| Carl Safina
fresh inspiration for ocean conservation
a serial field journal (March 22nd - April 5th, 2004)
Monday, Apr 5, 2004 (01:44
Sandy had mentioned that despite her hours aloft she'd never watched a turtle laying eggs. And so we are on the ground. Our destination is the beach camp at Barra de la Cruz. Laura comments, "I like Mexiquillo very much, but it is dangerous."
It's a warm soft night and the waves sound delicious. There's a faint trill of insects and the smell of vegetation and the sea. It's a wide flat beach of powdery sand and gleaming breakers. Laura's colleagues greet us warmly -- and say there's a leatherback down the beach.
We hop onto an ATV with Laura driving, and streak along in the night wind, running the harder wet-packed sand near the hissing waves, following the shore's contours about a mile. This beach impresses as a very remote place. I see no human-made light, not up or down the beach, nor back into the shadowed hills.
The turtle is up on dry sand, already well into her body pit. I've seen these turtles on beaches before, and Sandy is suitably awed, repeating, "I don't believe it. I don't believe it."
Sandy with the leatherback
Sandy looks and looks at the monster in our midst, then says, "I didn't expect her to appear so... real."
I say, "She's a little surreal."
When she manages to collect herself a bit, Sandy says, "She looks like a Stegosaurus -- or some kind of -saurus." Inspecting more closely, she observes, "I didn't understand that the ridges on her back were so pronounced."
Not far away, another gleaming female is emerging from the ocean. Sandy says, "Think of how astonishing it must be. For all the time it has been growing, it has wandered a world in weightless motion. And yet after years in this deep, moving world, it drives itself to shore. And in an instant this weightless being suddenly weighs half a ton. What in the world is she experiencing?"
The great leatherback before us has finished clearing the site and digging the "body pit" and is settled down into the more humid sand, into which she is now drilling a perfectly cylindrical egg chamber. She does this with her rear flippers, her work perfect and unseen, the work of a blind watchmaker.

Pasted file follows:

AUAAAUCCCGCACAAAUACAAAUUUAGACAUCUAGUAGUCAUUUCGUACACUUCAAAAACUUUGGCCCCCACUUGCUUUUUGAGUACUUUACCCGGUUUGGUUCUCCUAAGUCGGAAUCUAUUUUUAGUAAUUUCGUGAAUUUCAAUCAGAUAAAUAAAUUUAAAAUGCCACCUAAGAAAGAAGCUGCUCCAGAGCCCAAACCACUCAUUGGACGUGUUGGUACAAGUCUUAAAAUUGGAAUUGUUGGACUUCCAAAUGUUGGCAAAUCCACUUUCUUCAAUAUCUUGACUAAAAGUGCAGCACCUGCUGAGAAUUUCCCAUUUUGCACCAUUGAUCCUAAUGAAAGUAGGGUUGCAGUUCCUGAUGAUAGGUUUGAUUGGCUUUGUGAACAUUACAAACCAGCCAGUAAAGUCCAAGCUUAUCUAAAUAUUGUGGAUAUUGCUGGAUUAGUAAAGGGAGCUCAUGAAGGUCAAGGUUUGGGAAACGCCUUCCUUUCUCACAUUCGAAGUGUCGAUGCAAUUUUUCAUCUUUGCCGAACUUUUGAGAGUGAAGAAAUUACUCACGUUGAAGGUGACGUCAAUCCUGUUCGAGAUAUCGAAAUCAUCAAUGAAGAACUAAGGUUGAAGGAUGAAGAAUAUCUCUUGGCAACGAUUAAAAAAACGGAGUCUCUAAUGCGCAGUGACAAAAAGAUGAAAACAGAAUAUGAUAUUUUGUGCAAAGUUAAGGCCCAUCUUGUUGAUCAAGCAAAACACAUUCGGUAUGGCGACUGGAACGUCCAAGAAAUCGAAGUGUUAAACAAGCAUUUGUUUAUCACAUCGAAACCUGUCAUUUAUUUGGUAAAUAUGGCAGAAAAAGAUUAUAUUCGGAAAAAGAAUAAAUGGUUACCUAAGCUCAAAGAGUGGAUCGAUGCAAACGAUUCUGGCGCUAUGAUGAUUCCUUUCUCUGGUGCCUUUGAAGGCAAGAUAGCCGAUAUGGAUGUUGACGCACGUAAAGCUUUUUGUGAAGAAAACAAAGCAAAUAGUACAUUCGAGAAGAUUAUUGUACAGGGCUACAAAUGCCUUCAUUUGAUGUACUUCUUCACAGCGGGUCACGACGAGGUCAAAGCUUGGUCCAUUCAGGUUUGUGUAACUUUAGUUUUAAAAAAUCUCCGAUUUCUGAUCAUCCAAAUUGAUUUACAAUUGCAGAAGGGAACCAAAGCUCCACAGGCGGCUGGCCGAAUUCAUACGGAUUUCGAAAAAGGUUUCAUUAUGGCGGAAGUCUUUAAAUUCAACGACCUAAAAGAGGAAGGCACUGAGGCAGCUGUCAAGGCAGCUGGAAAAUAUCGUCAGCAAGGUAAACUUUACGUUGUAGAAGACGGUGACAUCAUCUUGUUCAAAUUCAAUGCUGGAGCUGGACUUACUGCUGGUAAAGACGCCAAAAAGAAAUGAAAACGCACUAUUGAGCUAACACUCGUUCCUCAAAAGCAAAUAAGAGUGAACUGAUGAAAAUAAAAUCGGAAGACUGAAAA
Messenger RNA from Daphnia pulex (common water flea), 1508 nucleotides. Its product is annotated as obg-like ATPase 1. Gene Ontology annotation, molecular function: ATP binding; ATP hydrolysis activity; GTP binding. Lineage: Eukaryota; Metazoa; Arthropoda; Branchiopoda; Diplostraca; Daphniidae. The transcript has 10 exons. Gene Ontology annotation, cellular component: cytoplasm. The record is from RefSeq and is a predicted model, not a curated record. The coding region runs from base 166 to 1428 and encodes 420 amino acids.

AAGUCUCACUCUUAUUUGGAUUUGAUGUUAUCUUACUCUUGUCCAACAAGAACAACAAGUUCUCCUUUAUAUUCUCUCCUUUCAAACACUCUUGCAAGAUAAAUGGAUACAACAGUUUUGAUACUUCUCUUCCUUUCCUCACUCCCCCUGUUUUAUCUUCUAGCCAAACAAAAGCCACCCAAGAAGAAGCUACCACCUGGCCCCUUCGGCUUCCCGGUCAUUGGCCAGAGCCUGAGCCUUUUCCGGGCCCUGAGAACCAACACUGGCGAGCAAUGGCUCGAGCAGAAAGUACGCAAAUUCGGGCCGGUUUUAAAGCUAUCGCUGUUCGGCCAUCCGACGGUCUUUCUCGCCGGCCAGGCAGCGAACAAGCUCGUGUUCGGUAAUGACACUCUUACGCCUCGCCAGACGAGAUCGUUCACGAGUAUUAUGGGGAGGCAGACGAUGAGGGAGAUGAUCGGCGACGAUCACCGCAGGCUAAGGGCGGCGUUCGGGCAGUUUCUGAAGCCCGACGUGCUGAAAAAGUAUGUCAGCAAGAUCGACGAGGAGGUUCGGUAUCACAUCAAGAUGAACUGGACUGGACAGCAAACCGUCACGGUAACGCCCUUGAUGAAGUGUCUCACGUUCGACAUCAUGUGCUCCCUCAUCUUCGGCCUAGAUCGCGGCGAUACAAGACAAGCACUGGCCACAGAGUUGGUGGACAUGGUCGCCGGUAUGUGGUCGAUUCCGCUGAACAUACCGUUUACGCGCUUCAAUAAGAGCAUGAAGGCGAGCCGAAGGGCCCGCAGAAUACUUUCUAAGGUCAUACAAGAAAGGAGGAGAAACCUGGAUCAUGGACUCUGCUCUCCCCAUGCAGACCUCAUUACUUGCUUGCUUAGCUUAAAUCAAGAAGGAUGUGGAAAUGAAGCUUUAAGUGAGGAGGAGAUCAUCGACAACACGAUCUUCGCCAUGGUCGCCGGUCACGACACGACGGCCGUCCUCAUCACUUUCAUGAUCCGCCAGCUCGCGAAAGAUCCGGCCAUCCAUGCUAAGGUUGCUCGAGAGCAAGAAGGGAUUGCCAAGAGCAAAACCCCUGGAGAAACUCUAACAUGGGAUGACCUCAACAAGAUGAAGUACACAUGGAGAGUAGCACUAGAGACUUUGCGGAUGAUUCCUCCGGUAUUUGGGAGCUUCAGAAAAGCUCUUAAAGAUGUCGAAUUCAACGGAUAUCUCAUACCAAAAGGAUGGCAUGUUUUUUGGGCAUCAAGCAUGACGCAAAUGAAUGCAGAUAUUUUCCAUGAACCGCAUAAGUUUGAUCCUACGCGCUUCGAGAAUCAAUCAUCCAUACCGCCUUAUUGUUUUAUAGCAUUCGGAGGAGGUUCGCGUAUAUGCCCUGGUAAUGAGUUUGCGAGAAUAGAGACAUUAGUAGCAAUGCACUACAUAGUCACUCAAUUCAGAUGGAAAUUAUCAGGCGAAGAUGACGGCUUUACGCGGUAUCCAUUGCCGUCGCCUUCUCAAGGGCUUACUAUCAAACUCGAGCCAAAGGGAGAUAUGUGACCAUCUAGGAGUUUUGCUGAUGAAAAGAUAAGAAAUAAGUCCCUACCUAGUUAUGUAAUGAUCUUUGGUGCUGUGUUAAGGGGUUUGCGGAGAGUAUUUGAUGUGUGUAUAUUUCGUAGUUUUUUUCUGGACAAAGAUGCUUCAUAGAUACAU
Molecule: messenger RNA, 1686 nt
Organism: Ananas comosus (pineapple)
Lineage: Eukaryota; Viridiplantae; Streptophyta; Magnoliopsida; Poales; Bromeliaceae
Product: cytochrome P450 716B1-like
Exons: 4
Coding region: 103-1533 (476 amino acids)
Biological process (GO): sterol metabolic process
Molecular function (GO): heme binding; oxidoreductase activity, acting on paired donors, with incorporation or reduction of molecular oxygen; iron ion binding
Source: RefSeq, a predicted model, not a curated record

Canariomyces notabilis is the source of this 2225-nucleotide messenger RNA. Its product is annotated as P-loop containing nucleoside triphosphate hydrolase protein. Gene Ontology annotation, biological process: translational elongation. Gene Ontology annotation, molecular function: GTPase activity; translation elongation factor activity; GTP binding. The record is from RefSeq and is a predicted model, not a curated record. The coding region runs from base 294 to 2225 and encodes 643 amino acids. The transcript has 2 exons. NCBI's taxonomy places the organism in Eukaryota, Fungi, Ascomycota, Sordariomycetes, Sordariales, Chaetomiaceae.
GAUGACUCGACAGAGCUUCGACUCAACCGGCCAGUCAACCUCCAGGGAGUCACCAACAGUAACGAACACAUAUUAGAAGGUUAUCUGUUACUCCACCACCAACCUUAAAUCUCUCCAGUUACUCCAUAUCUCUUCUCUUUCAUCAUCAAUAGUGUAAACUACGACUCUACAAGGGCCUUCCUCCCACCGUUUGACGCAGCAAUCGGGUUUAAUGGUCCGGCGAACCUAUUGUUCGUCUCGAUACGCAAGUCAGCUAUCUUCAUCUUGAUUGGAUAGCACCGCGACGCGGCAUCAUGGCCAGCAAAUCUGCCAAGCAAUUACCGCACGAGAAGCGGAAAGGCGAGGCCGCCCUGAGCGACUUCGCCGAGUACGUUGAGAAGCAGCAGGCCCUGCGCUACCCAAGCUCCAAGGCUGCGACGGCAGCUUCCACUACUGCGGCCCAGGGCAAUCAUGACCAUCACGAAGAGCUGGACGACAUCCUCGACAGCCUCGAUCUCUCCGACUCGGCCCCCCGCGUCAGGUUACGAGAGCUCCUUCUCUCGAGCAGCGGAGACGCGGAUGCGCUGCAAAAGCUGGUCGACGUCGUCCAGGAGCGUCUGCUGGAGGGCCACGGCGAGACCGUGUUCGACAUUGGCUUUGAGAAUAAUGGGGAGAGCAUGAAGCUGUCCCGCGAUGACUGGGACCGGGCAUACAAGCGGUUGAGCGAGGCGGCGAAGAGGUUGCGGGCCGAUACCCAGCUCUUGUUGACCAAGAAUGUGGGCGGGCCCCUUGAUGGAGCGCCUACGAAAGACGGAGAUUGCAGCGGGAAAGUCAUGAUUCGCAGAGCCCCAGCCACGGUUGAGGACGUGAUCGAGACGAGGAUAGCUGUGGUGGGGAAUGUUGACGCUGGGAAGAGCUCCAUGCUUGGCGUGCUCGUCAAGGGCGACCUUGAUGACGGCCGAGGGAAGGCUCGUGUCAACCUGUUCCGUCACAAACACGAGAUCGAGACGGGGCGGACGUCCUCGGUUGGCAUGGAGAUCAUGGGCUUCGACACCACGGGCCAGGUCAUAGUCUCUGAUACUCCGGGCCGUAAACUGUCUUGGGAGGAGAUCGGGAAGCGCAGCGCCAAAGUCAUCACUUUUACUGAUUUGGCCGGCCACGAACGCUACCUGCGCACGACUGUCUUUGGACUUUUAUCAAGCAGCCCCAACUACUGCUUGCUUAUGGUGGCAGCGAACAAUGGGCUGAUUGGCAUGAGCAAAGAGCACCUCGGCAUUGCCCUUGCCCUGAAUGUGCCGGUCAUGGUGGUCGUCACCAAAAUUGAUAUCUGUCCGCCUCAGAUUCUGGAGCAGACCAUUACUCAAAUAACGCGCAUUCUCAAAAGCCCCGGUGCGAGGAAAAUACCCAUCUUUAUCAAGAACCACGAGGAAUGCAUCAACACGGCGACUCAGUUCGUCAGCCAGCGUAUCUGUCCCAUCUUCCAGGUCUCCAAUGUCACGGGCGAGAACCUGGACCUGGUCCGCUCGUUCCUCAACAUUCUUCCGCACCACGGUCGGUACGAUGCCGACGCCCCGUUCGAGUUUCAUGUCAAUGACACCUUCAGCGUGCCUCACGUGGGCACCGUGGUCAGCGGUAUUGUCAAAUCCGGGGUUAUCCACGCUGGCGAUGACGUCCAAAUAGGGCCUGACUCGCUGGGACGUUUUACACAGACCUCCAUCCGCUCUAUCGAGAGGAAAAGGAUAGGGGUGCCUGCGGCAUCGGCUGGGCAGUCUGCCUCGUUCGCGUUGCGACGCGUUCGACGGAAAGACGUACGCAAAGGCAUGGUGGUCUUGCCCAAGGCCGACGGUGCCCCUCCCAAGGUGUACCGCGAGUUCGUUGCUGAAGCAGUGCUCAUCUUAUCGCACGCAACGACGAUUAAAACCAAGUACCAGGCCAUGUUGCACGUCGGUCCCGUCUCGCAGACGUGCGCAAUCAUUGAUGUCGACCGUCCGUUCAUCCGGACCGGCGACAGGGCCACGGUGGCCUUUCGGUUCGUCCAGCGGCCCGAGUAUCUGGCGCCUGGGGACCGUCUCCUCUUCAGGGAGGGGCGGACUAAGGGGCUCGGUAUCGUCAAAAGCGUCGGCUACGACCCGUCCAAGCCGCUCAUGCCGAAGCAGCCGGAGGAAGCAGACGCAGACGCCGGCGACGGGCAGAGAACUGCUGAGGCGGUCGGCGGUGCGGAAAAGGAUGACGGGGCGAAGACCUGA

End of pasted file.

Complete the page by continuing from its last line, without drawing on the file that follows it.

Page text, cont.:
She seems on autopilot, as though channeling directions from a higher source. We seem to be witnessing sheer instinct. Something in her is directing bone and muscle movement and her exacting fine-motor manipulations. And thus she digs the precious chamber she was born to dig, her rear flippers alternating, her whole posterior shifting for each perfect scoop.
And in equal measures absurd and yet appropriate, I suddenly hear Aretha Franklin in my head, singing,
"Rock steady. Rock steady, baby.
Let's call this song exactly what it is (what it is, what it is).
Just move your hips with a feeling from side to side.
Dig yourself a body pit and go for a ride --
While you're moving rock steady. Rock steady, baby..."
Here on a wild night beach with a booming surf for a rhythm section and a nesting dinosaur from the deepest reaches of the planet, the greatest mystery is how we've gotten here all together.
Laura says that if we don't take her eggs to the hatchery, poachers will get them. I ask, "What poachers?" As far as I can tell, there is no one else here.
Laura laughs. "They are here. Already, they know she is here digging. Just before I went to get you, a man was here with a bucket for her eggs. He said to us, 'OK, you found her first.' There is a village, not far. And a path, there." She gestures to a cleft in the nearby dune that leads into the vegetative shadows. "They are like ghosts. You don't see them. But they are here. Always here."
And so one of the turtle crew produces a large plastic bag and collects her eggs as they fall, for deliverance to the hatchery.
The turtle has no idea. When she has finished her task she covers her empty egg chamber, suspecting nothing. It's just another of the acts of faith that link the chain of her long life. And in her next act of faith she chugs heavily down the beach, into the waves. The moon-pulled surf is running hard and high. The first wave that hits her is big enough to float her off her belly, and she begins swimming. And in the next wave she is gone.
Laura drops Sandy and I off at 3:18 a.m. so we can spread our blankets on the beach and dream of giant turtles. Laura herself zooms back into the night. She knows there will be more eggs, more leatherbacks to save.
Note to readers: this is Carl Safina's final entry for POV's Borders. We hope you'll check out his previous entries, below, and browse through the other guest pages on Border Talk. Thanks for stopping by.